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A great way to increase productivity and patient flow in your practice is to add an exam room. Multiple exam rooms per doctor are a necessity for efficient delegation of clinical testing to your technician staff. Whether you are converting some existing office space into a new exam room or designing a floor plan for a completely new office, the size of the exam room is an important consideration.
I'm seeing a trend in office design that leads to smaller and smaller exam rooms. With the cost of office space at a premium, you naturally want to get as much functionality as you can from your space, but it's possible to go too small. Here are my thoughts on optimum room sizes.
The exam room
I'm defining this room as one that houses a traditional exam chair and stand with a phoroptor, acuity chart and slit lamp. Here are some considerations:
Realize that you will spend a large portion of your life in these exam rooms. Make them comfortable and pleasant to work in.
Patient perception matters and a room that's too tiny and cramped does not create the wow factor.
The patient often has a guest that needs to be in the room also, so allow space for at least one side chair. This guest may be a parent, caregiver, interpreter or friend.
Plan for space for a technician to sit and function as a scribe. Even if you don't currently use scribes, I would not build a new exam room without considering it for the future. The technician needs a small area out of the way of the patient's visual path and near the refraction desk or counter. She will need a small desk area to write on paper forms and access the computer keyboard, mouse and monitor for electronic records and images. There are many possibilities for computers, from laptops to tablet PCs to standard desktops with wireless keyboards and mice, but they all need some workspace. A corner of the room works well for the tech because I'd like her to stay in the background while the doctor is with the patient.
Consider the location of the sink so it's near the exam chair but not in the way of the scribe or patient guest. The corner behind the exam chair and to the left (as you face the chair) often works well.
The exam room door location can cause problems if the room is very small and it opens onto the technician or guest space.
I like the refraction desk/counter to be about 30 to 32 inches high rather than the usual counter height of 36 inches. This allows more comfortable use of the desk while seated on a stool.
I like to use a mirror system for the acuity chart and I strongly recommend digital visual acuity monitors over any projector. Long refracting lanes, to come close to the 20 foot distance for optical infinity, are simply a waste of space and the room proportion is not very pleasing.
One could simply place the acuity monitor on the wall opposite the patient for direct viewing and reduce the size of the letters for proper calibration at that distance. I'm sure refractions done that way in a short room can still be quite accurate and the practitioner could add -.25 diopter if necessary to compensate for accommodation, but I prefer to use a mirror and obtain the long viewing distance. Only one mirror is needed with this setup. The acuity chart (monitor) is placed on the wall behind the patient, usually high and to the left. A refraction mirror is placed on the wall directly in front of the patient (when they look through the phoroptor). This mirror has angling screws that cause the chart to be seen as perfectly centered in the mirror.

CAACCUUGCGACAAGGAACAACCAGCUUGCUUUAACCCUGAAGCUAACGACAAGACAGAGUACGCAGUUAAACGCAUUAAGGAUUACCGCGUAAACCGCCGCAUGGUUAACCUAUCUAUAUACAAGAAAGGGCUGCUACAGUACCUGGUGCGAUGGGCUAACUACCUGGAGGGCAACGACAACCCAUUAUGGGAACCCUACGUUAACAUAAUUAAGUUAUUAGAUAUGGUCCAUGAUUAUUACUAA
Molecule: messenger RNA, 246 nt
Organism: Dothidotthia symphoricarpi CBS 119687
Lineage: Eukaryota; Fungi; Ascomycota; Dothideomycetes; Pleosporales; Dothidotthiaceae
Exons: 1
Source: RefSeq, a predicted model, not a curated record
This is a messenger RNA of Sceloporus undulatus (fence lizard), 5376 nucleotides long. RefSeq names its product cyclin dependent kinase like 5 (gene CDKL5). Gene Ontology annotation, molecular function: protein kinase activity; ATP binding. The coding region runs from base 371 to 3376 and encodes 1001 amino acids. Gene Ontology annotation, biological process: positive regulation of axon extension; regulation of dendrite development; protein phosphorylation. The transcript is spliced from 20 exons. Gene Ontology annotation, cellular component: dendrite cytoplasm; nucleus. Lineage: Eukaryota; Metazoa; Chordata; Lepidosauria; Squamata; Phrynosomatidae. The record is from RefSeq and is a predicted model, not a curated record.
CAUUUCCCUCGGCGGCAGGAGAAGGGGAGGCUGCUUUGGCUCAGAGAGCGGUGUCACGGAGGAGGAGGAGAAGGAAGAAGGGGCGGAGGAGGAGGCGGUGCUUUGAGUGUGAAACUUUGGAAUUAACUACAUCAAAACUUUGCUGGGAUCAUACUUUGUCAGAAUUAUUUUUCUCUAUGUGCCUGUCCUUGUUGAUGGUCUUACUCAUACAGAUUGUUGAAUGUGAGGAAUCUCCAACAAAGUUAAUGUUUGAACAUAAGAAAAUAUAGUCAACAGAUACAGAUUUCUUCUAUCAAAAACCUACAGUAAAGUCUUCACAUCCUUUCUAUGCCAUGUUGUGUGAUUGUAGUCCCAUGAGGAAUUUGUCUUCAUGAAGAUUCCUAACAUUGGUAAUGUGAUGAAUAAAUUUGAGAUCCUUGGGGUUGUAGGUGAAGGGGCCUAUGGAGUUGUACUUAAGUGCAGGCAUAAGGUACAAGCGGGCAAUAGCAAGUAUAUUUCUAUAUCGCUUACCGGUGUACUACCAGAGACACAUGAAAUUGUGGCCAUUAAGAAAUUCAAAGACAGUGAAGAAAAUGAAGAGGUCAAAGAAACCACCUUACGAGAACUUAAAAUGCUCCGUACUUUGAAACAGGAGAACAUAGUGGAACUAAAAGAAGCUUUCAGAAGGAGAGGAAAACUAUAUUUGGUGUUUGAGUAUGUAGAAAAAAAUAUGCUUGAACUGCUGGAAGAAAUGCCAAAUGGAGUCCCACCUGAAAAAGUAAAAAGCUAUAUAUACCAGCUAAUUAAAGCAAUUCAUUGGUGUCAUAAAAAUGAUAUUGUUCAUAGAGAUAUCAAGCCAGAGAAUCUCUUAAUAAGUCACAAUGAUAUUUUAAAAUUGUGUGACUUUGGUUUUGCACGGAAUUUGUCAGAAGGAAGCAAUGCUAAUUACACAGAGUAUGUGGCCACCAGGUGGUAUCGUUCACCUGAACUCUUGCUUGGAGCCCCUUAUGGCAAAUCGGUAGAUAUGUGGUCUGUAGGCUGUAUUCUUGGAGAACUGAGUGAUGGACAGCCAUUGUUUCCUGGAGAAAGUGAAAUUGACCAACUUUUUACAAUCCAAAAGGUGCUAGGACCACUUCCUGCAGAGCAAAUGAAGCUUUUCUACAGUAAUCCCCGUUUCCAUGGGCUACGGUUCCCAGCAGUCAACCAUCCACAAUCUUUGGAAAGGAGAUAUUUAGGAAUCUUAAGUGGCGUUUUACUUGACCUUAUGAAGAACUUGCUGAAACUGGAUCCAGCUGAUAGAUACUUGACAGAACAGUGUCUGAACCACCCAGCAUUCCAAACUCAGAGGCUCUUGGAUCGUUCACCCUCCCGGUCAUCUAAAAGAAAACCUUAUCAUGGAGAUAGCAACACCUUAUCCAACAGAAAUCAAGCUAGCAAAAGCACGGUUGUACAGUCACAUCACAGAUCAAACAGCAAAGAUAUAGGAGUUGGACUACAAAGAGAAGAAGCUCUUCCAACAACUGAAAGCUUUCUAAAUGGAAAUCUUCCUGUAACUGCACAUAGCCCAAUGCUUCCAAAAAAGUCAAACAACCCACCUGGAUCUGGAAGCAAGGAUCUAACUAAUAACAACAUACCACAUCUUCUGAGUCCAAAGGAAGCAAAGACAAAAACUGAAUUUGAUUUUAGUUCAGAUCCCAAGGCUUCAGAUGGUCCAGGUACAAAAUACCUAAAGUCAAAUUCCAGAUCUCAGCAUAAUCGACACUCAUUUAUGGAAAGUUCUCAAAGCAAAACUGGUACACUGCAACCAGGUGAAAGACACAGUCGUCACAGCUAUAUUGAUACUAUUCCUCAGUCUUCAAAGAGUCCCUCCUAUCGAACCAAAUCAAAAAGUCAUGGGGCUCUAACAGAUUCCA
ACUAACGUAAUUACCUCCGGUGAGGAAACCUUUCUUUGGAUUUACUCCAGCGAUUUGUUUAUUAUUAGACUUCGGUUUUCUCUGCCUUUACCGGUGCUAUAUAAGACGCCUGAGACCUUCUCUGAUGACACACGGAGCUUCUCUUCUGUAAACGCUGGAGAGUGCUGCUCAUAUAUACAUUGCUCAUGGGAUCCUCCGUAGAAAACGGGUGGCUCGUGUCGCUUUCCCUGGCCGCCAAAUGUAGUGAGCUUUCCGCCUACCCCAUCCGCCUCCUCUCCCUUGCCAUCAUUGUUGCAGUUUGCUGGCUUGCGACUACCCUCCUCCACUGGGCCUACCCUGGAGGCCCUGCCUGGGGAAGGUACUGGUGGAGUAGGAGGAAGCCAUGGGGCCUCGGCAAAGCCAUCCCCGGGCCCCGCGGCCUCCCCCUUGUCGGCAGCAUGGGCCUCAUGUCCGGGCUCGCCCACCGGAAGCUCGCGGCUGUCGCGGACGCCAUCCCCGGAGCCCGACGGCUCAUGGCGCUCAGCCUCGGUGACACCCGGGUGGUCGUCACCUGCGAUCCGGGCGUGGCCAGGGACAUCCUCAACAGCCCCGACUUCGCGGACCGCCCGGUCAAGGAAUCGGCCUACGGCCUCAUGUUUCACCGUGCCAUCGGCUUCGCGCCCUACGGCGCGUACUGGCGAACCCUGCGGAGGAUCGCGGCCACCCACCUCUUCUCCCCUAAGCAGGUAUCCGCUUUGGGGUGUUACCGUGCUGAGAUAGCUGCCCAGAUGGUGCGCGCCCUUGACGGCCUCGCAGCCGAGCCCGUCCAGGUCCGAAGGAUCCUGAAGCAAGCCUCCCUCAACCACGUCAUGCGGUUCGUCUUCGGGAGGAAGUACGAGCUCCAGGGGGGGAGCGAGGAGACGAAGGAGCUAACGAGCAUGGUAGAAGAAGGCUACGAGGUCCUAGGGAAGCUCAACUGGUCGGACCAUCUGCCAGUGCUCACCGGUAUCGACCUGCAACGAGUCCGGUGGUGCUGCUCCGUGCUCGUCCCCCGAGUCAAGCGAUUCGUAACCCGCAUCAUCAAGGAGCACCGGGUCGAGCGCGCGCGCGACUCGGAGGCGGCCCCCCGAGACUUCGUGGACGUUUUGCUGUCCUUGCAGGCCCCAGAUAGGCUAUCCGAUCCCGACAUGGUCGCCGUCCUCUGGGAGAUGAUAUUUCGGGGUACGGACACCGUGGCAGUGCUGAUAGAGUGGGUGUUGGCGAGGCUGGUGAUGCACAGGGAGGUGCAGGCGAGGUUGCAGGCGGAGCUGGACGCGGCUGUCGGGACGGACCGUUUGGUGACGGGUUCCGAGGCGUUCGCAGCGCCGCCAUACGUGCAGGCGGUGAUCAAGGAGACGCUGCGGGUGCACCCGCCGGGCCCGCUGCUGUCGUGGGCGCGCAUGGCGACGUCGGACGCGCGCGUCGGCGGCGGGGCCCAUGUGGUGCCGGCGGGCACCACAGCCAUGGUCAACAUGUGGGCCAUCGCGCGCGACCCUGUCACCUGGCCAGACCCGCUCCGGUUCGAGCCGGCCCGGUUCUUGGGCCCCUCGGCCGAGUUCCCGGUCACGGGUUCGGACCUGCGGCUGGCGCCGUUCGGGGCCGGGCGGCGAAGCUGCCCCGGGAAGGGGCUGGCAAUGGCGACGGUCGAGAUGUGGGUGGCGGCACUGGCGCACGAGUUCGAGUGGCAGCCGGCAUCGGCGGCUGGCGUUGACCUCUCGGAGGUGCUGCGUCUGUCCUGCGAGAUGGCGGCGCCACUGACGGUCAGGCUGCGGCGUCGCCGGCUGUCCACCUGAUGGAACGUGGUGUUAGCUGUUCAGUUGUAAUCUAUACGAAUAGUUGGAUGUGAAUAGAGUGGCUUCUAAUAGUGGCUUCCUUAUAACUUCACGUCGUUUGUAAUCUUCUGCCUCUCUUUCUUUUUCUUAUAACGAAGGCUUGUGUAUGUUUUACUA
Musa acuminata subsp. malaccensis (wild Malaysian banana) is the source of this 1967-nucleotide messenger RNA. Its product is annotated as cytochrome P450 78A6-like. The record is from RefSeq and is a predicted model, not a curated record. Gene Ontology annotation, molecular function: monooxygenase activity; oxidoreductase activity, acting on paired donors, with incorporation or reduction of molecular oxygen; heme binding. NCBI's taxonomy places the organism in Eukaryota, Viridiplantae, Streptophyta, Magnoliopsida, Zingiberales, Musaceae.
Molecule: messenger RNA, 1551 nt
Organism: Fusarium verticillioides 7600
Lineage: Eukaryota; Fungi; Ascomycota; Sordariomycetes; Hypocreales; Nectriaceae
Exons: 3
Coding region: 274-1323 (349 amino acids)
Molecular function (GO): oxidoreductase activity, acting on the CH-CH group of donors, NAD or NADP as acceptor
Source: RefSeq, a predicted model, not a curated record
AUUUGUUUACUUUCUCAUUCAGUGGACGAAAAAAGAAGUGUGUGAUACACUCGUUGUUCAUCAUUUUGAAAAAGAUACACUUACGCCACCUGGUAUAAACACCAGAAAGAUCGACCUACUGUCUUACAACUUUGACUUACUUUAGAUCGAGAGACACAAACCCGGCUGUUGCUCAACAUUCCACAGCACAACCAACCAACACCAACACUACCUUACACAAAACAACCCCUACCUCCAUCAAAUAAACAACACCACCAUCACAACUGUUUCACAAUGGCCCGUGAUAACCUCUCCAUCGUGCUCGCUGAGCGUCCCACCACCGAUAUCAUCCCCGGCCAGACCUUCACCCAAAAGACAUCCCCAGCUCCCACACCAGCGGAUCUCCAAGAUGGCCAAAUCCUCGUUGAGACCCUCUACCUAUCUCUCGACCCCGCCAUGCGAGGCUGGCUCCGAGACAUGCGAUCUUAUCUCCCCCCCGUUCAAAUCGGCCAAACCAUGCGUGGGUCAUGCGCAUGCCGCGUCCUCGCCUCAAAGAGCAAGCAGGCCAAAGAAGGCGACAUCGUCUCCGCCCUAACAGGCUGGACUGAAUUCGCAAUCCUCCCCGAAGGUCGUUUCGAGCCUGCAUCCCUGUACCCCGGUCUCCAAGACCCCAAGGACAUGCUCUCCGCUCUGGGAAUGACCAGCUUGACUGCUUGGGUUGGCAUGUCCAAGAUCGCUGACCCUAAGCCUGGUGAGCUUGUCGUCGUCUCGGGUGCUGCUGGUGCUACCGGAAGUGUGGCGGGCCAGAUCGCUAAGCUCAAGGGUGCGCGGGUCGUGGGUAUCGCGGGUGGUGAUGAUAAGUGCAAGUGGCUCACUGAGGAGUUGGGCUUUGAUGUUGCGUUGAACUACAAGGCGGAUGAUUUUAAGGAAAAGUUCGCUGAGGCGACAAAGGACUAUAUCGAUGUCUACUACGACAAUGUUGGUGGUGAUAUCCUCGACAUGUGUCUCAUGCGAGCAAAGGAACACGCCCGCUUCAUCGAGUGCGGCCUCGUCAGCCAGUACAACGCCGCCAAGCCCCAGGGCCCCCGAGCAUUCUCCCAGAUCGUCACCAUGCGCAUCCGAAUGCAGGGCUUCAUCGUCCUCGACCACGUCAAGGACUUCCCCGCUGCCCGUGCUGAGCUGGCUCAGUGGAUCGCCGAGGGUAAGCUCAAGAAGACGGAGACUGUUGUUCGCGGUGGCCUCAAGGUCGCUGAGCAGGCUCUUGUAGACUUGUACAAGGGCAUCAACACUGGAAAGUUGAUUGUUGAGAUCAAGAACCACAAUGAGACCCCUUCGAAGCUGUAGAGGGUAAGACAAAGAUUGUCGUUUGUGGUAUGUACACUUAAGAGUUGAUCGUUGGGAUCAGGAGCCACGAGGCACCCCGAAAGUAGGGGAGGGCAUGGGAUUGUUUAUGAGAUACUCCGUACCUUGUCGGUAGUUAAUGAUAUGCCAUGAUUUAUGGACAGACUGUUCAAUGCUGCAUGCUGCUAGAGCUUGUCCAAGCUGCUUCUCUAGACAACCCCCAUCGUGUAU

I have found an exam room that is 10 feet wide and 14 feet long to be luxuriously large while not wasteful. The smallest exam room I recommend is 8 X 12 feet. Any dimensions between those will work fine and it's certainly possible to go smaller with some limitations on the points made above.
The pretest room
Pretest and special test rooms are as important as exam rooms in the design of your clinical area. With new advanced instrumentation, we need more of these data collection spaces than ever before.
Pretest rooms can work with many different room sizes, but they are usually not larger than 10 feet by 12 feet. 8 X 10 works well for three instruments on a power table.
A side stool for a caregiver is nice to have, but not a requirement.
Wall hooks for coats and purses are handy.
Even though pretest equipment is expensive, if you're fortunate enough to have strong patient flow and more than four exam rooms, you will want two pretest rooms plus additional special testing rooms.
Very small rooms, such as 6 feet by 10 feet, can work well for single purpose testing like visual fields or nerve fiber analysis. It is sometimes an advantage to have only one instrument in a room because it opens up quicker for the next patient.
In large areas, it's possible to have two different patients being tested by two technicians on different instruments. It is distracting when the other people are speaking, however, and it can be awkward when it is time to switch instruments. I prefer to design pretest rooms for one patient at a time.
Don't forget that the technician can perform some pretesting in an unused exam room, vacating the pretest room so the next patient has access.
Best wishes for continued success,
Neil B. Gailmard, OD, MBA, FAAO
Editor, Optometric Management Tip of the Week
Dr. Gailmard's new book, Practice Management in Optometry: A Blueprint for Success Based on the Optometric Management Tip of the Week, is now available on Amazon.